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A new technology that tracks jetliners in real time borrows a feature of the Malaysian Airlines mystery that prompted it: the “electronic handshake” between aircraft and satellite.
Those signals were used to trace the probable route of the Boeing Co. 777 that disappeared while en route from Kuala Lumpur to Beijing last year.
Rockwell Collins Inc. and nine carriers are testing a tracking system that uses similar, little-known electronic communications to trace aircraft flying over oceans and beyond the reach of radar, Chief Executive Officer Kelly Ortberg said in an interview Wednesday.
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The product in development pinpoints an aircraft’s position using technology already embedded in modern jetliners, from high-frequency radio antennas that send signals to satellites, to automated systems that stream data on an aircraft’s performance.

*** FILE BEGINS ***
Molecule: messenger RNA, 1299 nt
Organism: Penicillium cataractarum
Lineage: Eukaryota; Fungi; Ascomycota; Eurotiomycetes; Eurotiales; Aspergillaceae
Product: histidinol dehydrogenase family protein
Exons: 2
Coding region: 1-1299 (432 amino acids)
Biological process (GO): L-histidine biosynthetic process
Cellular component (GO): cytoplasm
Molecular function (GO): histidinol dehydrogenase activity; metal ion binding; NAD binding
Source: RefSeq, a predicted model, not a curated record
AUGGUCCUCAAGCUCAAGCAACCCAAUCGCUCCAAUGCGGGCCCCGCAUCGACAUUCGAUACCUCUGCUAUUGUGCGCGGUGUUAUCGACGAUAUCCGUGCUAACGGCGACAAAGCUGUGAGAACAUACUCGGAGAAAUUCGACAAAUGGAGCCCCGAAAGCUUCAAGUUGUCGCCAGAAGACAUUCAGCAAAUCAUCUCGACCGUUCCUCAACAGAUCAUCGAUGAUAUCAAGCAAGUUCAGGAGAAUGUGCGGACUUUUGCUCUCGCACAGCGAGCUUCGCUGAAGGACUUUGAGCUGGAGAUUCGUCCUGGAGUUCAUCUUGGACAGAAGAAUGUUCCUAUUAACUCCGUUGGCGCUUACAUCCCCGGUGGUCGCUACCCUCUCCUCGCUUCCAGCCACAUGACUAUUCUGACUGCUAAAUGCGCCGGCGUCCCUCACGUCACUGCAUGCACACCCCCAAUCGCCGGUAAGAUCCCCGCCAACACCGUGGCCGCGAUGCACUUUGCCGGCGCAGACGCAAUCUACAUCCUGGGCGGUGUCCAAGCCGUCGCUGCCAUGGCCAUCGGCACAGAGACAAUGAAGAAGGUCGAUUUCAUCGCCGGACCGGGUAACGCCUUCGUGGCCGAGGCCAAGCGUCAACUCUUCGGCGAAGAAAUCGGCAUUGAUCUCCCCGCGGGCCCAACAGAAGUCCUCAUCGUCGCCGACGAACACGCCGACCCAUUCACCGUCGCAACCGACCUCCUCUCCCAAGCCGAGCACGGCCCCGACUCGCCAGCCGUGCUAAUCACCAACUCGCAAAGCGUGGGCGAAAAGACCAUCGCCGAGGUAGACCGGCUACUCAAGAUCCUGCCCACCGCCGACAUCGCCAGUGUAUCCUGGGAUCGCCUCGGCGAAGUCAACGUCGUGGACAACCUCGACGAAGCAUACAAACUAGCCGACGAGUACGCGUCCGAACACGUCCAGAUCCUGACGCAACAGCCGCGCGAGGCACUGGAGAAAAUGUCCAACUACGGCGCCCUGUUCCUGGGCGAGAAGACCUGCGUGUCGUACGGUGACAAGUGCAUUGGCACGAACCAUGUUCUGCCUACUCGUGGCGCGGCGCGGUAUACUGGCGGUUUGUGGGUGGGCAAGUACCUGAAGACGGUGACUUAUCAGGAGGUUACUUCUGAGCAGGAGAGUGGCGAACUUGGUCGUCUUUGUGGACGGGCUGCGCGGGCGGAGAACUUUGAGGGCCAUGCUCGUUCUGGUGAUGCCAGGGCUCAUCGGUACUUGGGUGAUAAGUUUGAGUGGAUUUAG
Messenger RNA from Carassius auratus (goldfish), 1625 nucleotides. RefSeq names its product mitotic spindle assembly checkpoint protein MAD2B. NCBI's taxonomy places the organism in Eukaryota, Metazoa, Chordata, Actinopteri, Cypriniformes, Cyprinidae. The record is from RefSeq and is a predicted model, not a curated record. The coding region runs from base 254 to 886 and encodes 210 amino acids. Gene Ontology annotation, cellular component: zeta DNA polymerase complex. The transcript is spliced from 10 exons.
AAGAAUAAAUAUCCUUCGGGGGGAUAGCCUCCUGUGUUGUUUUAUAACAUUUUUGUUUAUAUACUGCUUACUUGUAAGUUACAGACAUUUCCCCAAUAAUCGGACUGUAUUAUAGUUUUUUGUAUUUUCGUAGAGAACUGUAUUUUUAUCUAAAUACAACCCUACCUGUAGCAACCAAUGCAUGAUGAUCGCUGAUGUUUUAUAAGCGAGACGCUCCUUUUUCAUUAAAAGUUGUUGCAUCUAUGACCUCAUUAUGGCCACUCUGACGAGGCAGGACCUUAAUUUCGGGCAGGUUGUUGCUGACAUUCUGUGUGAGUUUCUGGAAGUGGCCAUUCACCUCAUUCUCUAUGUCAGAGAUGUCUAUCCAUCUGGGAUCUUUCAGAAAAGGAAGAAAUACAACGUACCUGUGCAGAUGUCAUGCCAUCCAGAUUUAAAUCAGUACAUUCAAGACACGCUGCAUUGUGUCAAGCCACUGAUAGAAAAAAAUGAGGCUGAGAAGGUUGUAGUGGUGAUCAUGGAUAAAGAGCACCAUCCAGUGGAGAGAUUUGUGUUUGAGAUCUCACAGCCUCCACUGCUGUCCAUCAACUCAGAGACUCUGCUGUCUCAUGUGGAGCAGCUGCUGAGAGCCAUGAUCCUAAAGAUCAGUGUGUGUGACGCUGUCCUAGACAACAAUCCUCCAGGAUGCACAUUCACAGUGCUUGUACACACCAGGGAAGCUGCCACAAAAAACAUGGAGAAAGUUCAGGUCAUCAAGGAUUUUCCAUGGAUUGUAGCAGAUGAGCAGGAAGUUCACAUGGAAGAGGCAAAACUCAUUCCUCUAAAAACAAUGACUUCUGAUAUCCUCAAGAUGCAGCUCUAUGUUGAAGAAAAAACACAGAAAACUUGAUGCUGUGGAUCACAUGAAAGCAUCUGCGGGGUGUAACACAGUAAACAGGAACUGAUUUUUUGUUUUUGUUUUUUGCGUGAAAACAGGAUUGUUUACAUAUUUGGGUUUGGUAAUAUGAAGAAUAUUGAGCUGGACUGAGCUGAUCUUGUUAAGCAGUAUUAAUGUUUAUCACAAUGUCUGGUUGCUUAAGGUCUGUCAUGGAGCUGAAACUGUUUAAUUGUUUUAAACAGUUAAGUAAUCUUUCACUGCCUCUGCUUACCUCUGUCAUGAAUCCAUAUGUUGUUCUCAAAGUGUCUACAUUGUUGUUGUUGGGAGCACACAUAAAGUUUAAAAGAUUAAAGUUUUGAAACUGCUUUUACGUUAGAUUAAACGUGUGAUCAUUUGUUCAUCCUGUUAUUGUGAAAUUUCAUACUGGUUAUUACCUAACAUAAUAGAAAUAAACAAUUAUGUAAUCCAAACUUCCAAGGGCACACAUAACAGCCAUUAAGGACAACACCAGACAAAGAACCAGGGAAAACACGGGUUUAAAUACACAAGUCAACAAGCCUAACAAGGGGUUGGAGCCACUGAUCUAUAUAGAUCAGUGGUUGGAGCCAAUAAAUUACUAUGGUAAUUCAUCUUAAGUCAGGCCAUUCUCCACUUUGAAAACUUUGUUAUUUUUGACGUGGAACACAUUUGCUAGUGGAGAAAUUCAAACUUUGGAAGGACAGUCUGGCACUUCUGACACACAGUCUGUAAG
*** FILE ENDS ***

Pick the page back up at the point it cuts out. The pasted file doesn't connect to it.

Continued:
“There’s a lot of disparate info that’s never been used for tracking purposes,” Ortberg said at the Paris Air Show. “Maybe no one of those is very accurate, but by fusing those different things we can create a position for the aircraft.”
Other suppliers are also working on technology to trace planes in flight, a gap in the global aviation system made jarringly apparent by the Malaysian jet’s disappearance.
Planemaker Airbus Group SE said Wednesday that its air traffic management subsidiary is partnering with the popular flight-tracking company Flightradar24 on a similar product. It would also help carriers conform with new standards on monitoring being developed by international regulators.
Ortberg said tests of ARINC Multi-Link, his Cedar Rapids, Iowa-based company’s product, were focused on winnowing unneeded data for airlines fixated on restraining satellite streaming costs. The product should be ready to be commercialized by the end of the year, he said.
This article was written by Julie Johnsson from Bloomberg and was legally licensed through the NewsCred publisher network.